Choices in breast reconstruction

September 23rd, 2009

A few years ago I surveyed a group of female plastic surgeons as to what they would choose for reconstruction if they were faced with the diagnosis of breast cancer.,  My thinking was that this group of doctors had an unique perspective on breast reconstruction options -  they were very well informed as to  not only the options available but also to the risks and outcomes of each reconstructive option .  The results were interesting.,  A total of 54 female plastic surgeons were surveyed.  Ninety one percent stated that they would opt for mastectomy over breast conservation .  Most   (87%) choosing a mastectomy would opt for reconstruction.  For their reconstructive procedure 54% would choose tissue expansion with implant reconstruction and, 28% would choose a Tram flap and only 5% would choose a latissimus flap.  For the women choosing implant reconstruction 79% would choose a silicone implant , 24% would choose a saline implant and one respondent felt that either choice would be acceptable.  The most frequently chosen reconstruction then was tissue expansion followed by a silicone implant (43%).  Interesting  and food for thought!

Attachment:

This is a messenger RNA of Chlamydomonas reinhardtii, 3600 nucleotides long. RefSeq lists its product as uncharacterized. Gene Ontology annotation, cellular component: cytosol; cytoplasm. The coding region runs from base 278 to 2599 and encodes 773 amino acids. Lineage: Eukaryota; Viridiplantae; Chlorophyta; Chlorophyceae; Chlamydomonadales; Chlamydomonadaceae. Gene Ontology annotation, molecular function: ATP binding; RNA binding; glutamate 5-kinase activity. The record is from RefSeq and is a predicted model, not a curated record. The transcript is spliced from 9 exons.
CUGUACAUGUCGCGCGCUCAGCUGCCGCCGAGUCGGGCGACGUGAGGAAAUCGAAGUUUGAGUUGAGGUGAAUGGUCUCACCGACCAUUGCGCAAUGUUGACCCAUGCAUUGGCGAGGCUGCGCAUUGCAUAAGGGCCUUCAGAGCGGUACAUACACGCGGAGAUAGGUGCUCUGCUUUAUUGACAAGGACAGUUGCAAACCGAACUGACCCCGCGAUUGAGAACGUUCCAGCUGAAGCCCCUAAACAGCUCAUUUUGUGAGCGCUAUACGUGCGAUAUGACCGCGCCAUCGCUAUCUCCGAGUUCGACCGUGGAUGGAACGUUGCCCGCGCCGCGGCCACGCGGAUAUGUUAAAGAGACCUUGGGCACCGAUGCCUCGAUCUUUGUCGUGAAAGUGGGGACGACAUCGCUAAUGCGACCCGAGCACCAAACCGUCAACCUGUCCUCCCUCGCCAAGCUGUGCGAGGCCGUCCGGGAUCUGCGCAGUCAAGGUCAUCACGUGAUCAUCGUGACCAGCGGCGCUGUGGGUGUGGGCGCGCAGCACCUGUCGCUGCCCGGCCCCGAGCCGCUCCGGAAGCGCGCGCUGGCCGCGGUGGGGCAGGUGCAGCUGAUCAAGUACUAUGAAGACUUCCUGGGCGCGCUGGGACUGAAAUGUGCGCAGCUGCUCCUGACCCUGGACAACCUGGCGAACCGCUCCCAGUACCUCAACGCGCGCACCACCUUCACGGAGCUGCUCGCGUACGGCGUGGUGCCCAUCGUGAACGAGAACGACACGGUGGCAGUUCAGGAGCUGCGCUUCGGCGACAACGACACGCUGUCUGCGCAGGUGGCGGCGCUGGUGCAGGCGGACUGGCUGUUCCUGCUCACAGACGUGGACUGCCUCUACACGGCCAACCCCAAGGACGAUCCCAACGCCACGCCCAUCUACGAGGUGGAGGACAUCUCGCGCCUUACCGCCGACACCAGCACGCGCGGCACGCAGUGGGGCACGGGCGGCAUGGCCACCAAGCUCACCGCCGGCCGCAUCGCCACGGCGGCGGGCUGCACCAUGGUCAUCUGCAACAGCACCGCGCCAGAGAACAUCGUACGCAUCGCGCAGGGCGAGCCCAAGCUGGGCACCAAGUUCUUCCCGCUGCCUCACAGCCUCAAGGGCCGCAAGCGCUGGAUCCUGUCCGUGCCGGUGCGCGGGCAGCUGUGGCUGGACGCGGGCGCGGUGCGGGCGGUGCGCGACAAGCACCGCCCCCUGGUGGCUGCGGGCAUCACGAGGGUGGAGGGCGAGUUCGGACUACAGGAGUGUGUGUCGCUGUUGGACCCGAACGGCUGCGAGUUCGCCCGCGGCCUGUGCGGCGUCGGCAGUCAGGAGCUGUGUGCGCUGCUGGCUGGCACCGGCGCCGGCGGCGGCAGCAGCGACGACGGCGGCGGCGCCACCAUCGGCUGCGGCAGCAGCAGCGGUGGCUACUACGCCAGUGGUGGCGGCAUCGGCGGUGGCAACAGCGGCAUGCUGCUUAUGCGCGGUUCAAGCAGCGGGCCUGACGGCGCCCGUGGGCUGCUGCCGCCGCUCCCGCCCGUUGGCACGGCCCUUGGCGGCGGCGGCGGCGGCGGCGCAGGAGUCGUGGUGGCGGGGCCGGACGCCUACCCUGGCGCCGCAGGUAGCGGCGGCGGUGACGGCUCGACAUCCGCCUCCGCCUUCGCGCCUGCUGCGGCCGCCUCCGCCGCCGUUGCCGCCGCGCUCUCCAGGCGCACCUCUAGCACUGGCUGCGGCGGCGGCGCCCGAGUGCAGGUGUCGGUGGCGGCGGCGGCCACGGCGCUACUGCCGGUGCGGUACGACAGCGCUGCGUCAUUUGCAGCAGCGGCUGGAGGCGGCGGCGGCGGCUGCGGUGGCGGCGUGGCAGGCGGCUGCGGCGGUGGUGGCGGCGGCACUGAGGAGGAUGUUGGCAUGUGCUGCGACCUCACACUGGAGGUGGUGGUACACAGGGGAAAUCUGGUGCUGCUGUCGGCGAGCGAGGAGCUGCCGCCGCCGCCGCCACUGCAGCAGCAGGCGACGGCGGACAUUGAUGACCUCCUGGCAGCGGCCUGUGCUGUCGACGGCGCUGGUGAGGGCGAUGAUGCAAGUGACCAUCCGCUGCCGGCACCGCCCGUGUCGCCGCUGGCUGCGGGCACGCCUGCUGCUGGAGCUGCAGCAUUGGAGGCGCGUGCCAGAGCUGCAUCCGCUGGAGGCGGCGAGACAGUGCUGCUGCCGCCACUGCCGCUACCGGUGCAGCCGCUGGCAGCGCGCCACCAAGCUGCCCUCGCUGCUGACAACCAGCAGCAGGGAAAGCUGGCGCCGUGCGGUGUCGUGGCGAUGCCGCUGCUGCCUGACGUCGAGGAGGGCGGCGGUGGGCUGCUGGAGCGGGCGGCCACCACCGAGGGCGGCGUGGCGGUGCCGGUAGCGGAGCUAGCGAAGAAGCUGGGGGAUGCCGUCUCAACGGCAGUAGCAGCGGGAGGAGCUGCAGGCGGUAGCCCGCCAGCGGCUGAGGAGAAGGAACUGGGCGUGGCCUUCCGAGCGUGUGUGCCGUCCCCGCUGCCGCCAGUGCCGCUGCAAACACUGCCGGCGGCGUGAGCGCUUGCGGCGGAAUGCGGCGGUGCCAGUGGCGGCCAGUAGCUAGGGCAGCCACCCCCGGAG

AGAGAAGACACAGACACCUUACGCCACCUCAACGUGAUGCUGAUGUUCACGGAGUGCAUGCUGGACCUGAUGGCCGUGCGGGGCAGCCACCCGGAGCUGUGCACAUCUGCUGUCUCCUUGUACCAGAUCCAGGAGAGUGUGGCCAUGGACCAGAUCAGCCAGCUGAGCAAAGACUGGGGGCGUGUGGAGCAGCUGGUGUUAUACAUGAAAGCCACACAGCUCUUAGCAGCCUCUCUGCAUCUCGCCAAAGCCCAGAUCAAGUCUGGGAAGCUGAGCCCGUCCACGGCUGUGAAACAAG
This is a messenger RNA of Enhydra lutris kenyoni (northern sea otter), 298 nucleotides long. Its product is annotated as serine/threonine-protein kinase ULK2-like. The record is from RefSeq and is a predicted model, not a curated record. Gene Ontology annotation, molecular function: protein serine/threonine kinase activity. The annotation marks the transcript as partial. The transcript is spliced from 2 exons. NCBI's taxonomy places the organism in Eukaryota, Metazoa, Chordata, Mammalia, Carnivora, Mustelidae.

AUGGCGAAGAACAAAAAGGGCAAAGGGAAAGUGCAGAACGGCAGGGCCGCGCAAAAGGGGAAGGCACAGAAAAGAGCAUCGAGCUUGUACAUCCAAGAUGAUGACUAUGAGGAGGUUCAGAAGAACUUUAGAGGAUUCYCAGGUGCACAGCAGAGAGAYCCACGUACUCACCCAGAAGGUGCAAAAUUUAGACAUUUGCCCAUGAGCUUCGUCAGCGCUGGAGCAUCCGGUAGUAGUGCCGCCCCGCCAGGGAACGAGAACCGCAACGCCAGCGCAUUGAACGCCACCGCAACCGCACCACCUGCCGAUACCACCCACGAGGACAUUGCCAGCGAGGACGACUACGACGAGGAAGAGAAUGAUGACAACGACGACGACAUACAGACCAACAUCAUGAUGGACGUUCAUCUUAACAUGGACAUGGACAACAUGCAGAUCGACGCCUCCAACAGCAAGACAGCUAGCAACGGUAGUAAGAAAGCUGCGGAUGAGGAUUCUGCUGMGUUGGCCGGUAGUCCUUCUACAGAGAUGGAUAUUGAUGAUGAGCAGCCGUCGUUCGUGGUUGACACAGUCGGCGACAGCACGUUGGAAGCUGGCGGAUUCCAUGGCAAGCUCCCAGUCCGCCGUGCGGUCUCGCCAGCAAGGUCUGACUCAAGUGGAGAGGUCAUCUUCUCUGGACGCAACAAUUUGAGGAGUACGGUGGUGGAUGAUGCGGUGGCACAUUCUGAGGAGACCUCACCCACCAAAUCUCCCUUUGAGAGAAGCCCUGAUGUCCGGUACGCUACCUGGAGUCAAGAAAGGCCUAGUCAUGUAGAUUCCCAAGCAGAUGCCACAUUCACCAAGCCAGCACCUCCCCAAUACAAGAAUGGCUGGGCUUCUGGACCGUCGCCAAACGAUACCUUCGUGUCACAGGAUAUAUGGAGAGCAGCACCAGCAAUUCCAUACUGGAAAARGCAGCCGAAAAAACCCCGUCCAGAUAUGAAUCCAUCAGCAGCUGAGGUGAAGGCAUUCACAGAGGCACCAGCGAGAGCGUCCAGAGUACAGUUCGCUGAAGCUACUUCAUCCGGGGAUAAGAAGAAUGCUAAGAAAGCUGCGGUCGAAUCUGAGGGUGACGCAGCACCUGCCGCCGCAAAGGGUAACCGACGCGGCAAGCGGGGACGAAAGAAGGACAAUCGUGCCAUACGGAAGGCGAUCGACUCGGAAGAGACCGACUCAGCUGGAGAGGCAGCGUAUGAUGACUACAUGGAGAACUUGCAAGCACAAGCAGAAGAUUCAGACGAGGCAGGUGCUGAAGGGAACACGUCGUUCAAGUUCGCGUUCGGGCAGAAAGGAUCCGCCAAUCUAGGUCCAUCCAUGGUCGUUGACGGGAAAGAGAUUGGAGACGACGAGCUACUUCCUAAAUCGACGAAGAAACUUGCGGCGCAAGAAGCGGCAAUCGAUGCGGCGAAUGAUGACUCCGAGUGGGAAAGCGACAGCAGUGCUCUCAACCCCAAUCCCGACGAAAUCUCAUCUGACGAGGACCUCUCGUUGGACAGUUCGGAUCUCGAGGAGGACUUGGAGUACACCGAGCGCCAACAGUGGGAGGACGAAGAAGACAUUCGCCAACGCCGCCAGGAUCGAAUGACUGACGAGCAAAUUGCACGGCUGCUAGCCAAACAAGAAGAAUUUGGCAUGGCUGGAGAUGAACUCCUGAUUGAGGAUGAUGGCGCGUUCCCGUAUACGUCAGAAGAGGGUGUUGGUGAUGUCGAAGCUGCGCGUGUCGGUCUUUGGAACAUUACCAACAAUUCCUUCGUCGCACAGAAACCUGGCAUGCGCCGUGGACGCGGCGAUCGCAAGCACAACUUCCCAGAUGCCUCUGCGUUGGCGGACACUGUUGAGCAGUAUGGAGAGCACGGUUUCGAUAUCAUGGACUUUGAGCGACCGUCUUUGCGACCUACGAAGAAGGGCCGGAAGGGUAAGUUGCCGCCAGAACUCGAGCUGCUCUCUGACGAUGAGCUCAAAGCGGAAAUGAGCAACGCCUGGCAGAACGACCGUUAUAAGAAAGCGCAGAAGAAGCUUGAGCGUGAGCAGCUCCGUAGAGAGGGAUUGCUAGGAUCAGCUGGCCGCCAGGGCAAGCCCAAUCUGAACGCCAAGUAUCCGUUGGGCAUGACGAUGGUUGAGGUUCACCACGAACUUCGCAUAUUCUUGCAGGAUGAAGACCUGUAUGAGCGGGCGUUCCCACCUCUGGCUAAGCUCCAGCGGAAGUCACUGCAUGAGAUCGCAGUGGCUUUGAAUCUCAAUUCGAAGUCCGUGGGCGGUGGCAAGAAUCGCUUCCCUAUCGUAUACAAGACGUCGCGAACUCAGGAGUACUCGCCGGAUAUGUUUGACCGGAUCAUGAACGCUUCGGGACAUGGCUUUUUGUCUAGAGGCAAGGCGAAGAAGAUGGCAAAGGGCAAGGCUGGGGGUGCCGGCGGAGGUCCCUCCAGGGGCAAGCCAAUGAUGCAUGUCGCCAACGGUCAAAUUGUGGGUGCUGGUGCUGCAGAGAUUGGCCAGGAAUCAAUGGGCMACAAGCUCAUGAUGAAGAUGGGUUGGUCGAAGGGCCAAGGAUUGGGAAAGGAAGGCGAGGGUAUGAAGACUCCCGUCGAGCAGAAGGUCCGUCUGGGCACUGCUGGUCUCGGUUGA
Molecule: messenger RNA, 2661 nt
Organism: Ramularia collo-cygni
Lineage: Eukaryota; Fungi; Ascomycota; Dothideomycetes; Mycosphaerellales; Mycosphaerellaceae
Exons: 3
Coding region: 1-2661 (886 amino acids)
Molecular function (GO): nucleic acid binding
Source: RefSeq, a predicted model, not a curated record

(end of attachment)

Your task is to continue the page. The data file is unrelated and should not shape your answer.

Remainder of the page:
Liposuction Facts

September 23rd, 2009

Liposuction has been the most common plastic surgical procedure done in the United States.  In 2007 over 450,000  patients underwent liposuction.  Liposuction is best used to reduce pockets of fat which have been unresponsive to weight loss.  Liposuction removes fat only and does not remove skin.  For this reason it is usually only used as an adjunct to skin removal for patients who have lost a lot of weight.  There are several methods of liposuction available  including traditional liposuction, Vaser or ultrasonic liposuction (UAL) and power assisted liposuction (PAL).  A plastic surgeon may use one or more of these techniques in treating a patient depending on the areas being treated.  For example fibrous areas such as the back or male chest are usually treated with either Vaser or PAL rather than traditional liposuction.

Breast Lift or Breast Reduction?

July 28th, 2009